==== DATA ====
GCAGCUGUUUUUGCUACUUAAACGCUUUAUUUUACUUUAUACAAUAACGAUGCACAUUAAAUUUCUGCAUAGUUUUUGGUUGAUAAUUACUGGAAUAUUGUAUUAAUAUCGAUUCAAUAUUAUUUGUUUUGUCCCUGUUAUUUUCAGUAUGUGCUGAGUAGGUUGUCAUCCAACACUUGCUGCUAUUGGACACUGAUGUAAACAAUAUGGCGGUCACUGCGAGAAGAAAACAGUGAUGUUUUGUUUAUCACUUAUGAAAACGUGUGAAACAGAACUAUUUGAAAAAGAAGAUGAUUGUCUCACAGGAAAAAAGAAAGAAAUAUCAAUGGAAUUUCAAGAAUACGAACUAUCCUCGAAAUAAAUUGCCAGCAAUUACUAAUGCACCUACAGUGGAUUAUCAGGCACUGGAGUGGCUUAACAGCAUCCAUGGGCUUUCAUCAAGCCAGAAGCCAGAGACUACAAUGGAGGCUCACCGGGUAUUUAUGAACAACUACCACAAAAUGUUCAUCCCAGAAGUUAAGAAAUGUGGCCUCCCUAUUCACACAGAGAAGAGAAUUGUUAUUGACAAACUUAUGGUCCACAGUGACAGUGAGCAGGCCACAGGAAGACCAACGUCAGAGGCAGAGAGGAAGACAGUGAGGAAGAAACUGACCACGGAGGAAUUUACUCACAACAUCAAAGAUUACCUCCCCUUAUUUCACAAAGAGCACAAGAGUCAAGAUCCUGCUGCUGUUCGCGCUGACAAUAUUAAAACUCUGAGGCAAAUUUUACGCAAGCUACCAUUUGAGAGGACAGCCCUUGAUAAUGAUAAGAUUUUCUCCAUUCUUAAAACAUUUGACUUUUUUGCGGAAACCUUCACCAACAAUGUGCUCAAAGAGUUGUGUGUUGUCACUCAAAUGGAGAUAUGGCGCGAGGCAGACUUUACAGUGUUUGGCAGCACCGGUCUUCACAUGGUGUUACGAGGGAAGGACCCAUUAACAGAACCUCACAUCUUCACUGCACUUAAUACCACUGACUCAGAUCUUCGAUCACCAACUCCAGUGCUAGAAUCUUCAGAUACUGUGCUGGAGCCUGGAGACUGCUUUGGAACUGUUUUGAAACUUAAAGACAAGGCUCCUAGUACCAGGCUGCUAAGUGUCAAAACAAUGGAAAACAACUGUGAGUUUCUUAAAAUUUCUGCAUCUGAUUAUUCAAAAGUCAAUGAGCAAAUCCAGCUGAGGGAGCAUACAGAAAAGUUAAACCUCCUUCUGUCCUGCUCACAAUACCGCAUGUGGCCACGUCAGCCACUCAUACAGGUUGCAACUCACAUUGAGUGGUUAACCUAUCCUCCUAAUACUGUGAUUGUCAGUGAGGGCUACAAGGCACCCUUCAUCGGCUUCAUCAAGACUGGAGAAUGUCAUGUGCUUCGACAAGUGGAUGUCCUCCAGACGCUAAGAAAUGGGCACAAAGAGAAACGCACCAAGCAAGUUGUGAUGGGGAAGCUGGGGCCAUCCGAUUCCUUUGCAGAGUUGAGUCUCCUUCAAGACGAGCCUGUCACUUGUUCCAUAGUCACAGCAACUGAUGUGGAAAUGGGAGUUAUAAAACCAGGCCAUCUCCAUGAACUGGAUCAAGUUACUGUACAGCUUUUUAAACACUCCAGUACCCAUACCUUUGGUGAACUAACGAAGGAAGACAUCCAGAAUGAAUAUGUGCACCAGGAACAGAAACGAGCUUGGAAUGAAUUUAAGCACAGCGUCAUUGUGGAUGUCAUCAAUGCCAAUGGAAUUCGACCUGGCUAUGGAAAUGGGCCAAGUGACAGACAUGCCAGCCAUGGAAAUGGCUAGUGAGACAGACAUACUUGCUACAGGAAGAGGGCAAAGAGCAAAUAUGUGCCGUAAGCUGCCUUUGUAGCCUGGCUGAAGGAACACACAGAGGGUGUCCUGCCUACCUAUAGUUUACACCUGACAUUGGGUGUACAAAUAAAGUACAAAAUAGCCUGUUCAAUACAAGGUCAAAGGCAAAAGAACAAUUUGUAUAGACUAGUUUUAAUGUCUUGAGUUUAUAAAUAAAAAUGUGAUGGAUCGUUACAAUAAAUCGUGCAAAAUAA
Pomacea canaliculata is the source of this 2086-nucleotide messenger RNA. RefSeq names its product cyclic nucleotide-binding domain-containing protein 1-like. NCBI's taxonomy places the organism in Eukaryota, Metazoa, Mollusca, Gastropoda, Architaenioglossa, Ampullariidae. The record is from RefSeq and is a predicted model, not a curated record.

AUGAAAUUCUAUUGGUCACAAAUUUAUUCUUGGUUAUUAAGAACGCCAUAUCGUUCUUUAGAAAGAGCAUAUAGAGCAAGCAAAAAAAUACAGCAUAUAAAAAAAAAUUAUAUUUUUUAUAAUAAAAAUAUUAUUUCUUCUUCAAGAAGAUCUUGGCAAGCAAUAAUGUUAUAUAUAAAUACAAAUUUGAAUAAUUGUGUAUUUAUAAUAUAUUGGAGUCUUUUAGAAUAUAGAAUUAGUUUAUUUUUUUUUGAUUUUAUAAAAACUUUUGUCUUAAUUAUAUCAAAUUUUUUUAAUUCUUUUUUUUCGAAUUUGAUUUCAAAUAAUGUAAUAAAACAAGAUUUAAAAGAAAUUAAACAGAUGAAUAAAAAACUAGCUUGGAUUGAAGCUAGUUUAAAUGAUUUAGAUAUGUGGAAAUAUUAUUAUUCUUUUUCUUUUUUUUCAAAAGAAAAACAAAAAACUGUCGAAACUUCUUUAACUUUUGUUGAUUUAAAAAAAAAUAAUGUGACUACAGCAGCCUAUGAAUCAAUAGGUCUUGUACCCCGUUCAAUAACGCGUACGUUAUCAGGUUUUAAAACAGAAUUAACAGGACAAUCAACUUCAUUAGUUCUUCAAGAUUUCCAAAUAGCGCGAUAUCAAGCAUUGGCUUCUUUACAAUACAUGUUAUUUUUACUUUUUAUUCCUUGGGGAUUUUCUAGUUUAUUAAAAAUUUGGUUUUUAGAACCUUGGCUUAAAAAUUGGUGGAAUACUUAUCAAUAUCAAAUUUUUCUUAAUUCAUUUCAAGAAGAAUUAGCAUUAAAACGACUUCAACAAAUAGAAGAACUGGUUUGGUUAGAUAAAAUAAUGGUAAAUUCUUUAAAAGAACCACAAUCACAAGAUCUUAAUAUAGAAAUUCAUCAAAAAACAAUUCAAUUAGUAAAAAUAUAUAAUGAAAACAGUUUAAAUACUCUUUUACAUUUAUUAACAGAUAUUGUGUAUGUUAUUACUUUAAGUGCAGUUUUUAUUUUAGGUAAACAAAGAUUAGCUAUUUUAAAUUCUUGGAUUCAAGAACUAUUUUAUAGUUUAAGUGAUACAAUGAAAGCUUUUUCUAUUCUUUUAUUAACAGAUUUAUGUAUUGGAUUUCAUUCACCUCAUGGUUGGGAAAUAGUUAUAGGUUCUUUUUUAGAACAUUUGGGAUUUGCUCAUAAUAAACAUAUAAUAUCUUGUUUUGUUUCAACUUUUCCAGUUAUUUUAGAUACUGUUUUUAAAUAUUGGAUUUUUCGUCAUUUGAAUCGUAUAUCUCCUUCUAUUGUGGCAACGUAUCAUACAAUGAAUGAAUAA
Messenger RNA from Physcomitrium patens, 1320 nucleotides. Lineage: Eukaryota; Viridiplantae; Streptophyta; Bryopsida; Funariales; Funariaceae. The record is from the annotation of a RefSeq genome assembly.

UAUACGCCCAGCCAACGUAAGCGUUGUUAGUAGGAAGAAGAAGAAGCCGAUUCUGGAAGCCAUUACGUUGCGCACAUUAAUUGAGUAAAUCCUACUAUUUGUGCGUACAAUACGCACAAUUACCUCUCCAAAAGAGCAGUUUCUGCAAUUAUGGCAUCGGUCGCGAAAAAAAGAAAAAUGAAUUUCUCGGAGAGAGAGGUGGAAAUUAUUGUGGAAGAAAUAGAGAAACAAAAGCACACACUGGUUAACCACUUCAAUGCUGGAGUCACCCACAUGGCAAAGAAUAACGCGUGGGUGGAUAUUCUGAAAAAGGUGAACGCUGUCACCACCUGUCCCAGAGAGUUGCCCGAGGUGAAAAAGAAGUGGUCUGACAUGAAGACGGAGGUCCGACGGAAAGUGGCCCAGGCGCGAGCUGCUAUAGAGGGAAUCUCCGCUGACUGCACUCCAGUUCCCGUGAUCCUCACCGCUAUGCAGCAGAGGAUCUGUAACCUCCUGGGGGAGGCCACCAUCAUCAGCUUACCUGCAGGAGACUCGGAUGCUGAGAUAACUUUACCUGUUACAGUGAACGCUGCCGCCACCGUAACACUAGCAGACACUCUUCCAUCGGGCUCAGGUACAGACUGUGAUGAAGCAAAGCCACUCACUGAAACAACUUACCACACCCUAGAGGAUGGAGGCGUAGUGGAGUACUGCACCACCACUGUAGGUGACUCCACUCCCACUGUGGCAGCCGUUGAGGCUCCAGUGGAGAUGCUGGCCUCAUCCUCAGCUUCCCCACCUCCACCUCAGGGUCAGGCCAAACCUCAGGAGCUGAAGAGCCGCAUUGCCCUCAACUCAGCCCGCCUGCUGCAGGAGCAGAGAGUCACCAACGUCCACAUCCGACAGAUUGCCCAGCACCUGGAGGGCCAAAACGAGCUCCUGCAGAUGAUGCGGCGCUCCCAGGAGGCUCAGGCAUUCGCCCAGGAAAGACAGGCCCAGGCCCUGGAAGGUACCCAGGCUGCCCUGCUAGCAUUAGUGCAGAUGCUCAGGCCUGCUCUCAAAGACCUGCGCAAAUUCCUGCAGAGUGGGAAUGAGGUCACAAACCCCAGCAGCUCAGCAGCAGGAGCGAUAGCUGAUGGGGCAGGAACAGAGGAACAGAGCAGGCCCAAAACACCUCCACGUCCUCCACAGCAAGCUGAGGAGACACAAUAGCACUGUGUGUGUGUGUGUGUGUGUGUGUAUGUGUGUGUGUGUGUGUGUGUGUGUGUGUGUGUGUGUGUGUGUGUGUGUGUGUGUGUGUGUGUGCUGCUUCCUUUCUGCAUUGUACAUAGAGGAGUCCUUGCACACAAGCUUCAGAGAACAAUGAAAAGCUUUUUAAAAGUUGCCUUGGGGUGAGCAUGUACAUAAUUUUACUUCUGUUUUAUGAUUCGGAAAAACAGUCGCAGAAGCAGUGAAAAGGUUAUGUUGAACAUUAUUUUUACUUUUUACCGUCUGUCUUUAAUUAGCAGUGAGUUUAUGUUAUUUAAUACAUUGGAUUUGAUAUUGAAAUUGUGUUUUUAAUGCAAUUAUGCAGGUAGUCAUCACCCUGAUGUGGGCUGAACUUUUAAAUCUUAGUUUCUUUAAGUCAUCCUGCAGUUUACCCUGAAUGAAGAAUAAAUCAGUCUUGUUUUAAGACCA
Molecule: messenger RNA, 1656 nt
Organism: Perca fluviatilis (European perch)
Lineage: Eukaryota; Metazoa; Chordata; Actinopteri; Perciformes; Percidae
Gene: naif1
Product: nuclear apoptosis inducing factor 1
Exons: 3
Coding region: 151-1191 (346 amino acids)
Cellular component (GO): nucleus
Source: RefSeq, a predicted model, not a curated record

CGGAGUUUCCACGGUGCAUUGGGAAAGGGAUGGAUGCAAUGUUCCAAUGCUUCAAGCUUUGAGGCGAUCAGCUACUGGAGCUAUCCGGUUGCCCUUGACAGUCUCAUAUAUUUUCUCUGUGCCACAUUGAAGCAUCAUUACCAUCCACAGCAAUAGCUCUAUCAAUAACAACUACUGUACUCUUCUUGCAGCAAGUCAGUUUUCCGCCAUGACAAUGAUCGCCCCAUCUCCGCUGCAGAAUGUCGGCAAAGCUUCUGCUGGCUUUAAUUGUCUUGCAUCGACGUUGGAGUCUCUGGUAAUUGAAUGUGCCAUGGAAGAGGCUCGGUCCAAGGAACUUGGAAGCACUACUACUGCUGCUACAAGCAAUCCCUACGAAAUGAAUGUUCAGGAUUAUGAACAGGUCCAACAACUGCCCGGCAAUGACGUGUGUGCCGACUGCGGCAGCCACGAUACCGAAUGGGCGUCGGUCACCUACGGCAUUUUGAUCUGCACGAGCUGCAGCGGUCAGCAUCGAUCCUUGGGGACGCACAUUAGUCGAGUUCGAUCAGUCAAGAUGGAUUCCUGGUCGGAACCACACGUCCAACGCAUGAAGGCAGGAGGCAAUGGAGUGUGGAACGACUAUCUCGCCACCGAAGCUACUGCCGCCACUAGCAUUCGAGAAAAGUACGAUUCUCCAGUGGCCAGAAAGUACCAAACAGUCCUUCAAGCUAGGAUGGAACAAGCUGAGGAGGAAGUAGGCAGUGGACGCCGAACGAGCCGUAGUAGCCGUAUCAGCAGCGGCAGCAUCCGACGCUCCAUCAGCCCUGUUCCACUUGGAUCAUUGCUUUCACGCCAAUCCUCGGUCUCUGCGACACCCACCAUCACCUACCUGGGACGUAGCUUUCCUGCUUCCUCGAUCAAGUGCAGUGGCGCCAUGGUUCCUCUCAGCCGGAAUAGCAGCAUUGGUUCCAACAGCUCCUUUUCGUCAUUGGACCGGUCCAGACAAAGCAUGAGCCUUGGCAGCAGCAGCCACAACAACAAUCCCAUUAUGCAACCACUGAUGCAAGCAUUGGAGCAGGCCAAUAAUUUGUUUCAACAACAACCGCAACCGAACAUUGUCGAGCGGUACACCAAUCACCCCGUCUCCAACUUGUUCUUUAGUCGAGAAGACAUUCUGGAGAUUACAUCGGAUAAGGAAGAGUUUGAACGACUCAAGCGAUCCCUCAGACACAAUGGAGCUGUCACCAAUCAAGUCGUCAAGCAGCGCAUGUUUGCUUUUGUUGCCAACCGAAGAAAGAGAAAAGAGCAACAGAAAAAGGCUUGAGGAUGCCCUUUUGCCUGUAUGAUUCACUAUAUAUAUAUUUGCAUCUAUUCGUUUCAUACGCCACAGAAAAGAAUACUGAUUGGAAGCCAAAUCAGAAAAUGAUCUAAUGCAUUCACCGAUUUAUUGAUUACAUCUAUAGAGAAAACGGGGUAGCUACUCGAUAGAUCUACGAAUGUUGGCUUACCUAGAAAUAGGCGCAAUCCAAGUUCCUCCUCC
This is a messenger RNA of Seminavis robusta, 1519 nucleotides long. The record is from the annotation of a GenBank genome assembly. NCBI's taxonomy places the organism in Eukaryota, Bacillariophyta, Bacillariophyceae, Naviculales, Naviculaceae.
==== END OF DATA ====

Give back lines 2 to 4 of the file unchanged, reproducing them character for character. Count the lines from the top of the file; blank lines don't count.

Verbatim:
Pomacea canaliculata is the source of this 2086-nucleotide messenger RNA. RefSeq names its product cyclic nucleotide-binding domain-containing protein 1-like. NCBI's taxonomy places the organism in Eukaryota, Metazoa, Mollusca, Gastropoda, Architaenioglossa, Ampullariidae. The record is from RefSeq and is a predicted model, not a curated record.

AUGAAAUUCUAUUGGUCACAAAUUUAUUCUUGGUUAUUAAGAACGCCAUAUCGUUCUUUAGAAAGAGCAUAUAGAGCAAGCAAAAAAAUACAGCAUAUAAAAAAAAAUUAUAUUUUUUAUAAUAAAAAUAUUAUUUCUUCUUCAAGAAGAUCUUGGCAAGCAAUAAUGUUAUAUAUAAAUACAAAUUUGAAUAAUUGUGUAUUUAUAAUAUAUUGGAGUCUUUUAGAAUAUAGAAUUAGUUUAUUUUUUUUUGAUUUUAUAAAAACUUUUGUCUUAAUUAUAUCAAAUUUUUUUAAUUCUUUUUUUUCGAAUUUGAUUUCAAAUAAUGUAAUAAAACAAGAUUUAAAAGAAAUUAAACAGAUGAAUAAAAAACUAGCUUGGAUUGAAGCUAGUUUAAAUGAUUUAGAUAUGUGGAAAUAUUAUUAUUCUUUUUCUUUUUUUUCAAAAGAAAAACAAAAAACUGUCGAAACUUCUUUAACUUUUGUUGAUUUAAAAAAAAAUAAUGUGACUACAGCAGCCUAUGAAUCAAUAGGUCUUGUACCCCGUUCAAUAACGCGUACGUUAUCAGGUUUUAAAACAGAAUUAACAGGACAAUCAACUUCAUUAGUUCUUCAAGAUUUCCAAAUAGCGCGAUAUCAAGCAUUGGCUUCUUUACAAUACAUGUUAUUUUUACUUUUUAUUCCUUGGGGAUUUUCUAGUUUAUUAAAAAUUUGGUUUUUAGAACCUUGGCUUAAAAAUUGGUGGAAUACUUAUCAAUAUCAAAUUUUUCUUAAUUCAUUUCAAGAAGAAUUAGCAUUAAAACGACUUCAACAAAUAGAAGAACUGGUUUGGUUAGAUAAAAUAAUGGUAAAUUCUUUAAAAGAACCACAAUCACAAGAUCUUAAUAUAGAAAUUCAUCAAAAAACAAUUCAAUUAGUAAAAAUAUAUAAUGAAAACAGUUUAAAUACUCUUUUACAUUUAUUAACAGAUAUUGUGUAUGUUAUUACUUUAAGUGCAGUUUUUAUUUUAGGUAAACAAAGAUUAGCUAUUUUAAAUUCUUGGAUUCAAGAACUAUUUUAUAGUUUAAGUGAUACAAUGAAAGCUUUUUCUAUUCUUUUAUUAACAGAUUUAUGUAUUGGAUUUCAUUCACCUCAUGGUUGGGAAAUAGUUAUAGGUUCUUUUUUAGAACAUUUGGGAUUUGCUCAUAAUAAACAUAUAAUAUCUUGUUUUGUUUCAACUUUUCCAGUUAUUUUAGAUACUGUUUUUAAAUAUUGGAUUUUUCGUCAUUUGAAUCGUAUAUCUCCUUCUAUUGUGGCAACGUAUCAUACAAUGAAUGAAUAA
Messenger RNA from Physcomitrium patens, 1320 nucleotides. Lineage: Eukaryota; Viridiplantae; Streptophyta; Bryopsida; Funariales; Funariaceae. The record is from the annotation of a RefSeq genome assembly.